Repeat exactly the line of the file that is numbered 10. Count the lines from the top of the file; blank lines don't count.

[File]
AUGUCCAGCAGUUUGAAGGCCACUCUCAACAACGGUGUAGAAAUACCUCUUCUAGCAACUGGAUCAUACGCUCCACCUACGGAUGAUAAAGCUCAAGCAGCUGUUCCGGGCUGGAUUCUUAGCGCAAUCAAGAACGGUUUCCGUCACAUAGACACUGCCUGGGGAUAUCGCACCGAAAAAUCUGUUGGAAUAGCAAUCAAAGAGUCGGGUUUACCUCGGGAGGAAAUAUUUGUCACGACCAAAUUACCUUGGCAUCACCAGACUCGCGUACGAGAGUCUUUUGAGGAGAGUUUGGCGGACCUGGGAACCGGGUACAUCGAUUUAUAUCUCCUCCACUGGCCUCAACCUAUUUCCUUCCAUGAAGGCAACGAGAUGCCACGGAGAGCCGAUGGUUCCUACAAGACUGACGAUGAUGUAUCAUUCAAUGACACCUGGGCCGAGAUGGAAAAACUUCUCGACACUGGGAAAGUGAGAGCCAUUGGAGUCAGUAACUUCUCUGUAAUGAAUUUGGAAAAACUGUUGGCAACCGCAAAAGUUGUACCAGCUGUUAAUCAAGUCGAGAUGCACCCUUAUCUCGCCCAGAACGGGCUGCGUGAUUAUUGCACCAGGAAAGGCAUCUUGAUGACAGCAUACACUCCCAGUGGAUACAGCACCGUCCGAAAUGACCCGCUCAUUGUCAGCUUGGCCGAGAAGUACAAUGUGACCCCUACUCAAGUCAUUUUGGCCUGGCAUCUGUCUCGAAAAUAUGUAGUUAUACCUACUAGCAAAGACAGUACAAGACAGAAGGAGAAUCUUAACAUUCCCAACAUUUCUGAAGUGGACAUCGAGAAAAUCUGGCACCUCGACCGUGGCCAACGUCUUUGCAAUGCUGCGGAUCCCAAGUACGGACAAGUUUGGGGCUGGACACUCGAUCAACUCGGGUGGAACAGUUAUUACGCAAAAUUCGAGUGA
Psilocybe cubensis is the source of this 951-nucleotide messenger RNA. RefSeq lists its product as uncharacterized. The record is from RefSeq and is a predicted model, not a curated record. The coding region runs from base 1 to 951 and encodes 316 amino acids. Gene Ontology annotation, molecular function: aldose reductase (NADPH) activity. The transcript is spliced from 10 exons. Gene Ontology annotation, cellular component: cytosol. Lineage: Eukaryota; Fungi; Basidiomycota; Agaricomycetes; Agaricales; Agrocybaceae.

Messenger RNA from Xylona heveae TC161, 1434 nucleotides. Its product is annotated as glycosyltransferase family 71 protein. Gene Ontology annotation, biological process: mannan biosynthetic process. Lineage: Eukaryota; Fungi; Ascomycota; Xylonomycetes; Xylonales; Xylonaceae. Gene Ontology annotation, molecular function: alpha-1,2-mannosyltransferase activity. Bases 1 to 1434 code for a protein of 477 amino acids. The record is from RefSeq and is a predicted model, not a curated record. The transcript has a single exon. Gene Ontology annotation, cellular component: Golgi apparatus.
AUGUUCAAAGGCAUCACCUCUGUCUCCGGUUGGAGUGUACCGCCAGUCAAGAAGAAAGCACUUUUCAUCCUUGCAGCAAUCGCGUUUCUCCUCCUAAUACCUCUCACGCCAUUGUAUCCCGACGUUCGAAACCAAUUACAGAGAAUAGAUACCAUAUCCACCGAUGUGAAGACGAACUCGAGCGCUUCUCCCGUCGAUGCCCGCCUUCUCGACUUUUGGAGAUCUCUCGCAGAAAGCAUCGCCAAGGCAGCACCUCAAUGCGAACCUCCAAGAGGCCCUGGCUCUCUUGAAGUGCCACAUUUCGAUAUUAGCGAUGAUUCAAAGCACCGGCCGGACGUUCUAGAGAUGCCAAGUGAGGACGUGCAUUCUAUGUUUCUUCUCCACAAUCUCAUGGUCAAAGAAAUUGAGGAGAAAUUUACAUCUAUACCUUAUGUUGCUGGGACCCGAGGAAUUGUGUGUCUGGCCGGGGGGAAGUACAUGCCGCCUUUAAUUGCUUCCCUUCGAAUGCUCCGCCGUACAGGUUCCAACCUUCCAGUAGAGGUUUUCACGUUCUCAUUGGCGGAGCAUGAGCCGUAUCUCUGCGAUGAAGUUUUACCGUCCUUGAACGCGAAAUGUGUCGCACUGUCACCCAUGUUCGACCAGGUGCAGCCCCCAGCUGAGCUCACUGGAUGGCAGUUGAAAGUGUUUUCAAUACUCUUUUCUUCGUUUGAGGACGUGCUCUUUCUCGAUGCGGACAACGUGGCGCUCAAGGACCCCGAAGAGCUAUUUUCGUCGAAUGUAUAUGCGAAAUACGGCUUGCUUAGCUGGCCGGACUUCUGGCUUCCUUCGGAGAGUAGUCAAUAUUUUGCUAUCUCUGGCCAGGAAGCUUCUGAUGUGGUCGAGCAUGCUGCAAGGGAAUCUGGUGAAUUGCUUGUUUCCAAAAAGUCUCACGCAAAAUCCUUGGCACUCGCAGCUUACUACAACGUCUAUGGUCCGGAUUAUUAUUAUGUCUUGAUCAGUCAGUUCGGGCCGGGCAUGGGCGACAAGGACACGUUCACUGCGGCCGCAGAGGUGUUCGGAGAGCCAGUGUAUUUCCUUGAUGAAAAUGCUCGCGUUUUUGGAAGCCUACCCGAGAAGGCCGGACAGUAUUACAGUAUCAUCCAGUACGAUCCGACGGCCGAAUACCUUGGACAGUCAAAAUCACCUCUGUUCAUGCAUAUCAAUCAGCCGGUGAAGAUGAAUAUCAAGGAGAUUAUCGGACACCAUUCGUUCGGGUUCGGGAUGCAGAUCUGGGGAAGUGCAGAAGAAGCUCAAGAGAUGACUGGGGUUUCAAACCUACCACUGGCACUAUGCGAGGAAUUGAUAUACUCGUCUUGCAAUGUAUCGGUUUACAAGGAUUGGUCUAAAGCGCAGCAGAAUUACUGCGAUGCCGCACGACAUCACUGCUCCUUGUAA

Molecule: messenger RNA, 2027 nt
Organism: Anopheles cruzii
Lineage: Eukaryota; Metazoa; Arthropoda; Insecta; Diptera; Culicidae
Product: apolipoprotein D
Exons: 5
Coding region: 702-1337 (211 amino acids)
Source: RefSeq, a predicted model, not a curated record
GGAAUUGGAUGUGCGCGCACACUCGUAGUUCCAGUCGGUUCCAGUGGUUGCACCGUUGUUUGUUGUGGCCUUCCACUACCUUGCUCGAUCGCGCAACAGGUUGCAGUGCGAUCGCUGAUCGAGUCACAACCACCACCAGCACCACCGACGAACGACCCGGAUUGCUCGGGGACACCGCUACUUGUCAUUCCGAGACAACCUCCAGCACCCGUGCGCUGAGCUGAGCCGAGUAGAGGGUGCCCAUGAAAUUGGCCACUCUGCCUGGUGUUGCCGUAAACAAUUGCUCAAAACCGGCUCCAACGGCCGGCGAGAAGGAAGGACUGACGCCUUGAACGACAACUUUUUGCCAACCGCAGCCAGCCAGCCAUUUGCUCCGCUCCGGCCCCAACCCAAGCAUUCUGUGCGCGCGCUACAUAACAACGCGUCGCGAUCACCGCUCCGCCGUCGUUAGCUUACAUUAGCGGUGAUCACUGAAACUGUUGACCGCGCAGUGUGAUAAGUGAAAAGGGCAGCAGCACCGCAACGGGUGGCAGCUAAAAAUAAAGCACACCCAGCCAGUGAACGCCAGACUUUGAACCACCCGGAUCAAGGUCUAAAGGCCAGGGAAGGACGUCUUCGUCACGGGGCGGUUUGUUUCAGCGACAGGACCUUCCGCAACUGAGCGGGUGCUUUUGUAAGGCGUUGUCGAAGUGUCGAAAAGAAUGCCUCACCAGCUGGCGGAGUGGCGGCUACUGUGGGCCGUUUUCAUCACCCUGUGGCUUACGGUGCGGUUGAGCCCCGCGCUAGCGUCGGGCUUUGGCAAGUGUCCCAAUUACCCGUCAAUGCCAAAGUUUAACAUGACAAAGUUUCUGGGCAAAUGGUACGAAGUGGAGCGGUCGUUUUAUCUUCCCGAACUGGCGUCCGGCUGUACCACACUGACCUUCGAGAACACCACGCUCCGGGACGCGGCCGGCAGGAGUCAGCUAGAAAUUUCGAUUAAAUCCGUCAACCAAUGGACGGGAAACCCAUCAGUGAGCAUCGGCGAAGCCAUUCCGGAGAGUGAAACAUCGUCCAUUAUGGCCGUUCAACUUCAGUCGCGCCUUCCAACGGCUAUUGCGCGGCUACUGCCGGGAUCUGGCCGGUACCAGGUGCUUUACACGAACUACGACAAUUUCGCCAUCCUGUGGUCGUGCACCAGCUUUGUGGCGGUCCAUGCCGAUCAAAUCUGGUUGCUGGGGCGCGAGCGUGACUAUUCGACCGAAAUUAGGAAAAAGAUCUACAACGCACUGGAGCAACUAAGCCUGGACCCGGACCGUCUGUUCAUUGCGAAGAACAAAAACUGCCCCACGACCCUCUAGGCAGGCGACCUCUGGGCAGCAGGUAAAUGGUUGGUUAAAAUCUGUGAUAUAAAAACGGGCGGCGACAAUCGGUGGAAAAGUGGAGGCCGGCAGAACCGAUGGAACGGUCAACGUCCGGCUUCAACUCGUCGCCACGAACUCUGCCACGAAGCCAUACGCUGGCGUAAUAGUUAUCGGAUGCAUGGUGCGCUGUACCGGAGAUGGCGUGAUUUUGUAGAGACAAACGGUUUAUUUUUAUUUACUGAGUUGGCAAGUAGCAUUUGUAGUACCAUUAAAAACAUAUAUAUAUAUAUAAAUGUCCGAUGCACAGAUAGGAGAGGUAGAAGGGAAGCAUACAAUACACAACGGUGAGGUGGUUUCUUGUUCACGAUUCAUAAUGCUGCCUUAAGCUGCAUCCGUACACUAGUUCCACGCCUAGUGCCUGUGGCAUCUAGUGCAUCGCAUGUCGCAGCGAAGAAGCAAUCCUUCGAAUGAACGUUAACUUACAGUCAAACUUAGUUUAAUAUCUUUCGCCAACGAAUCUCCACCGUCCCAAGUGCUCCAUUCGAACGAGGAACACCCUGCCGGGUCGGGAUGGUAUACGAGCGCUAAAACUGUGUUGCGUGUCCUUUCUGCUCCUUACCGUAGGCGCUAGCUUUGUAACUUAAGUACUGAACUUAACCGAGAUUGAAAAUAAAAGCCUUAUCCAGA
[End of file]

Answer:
Coding region: 702-1337 (211 amino acids)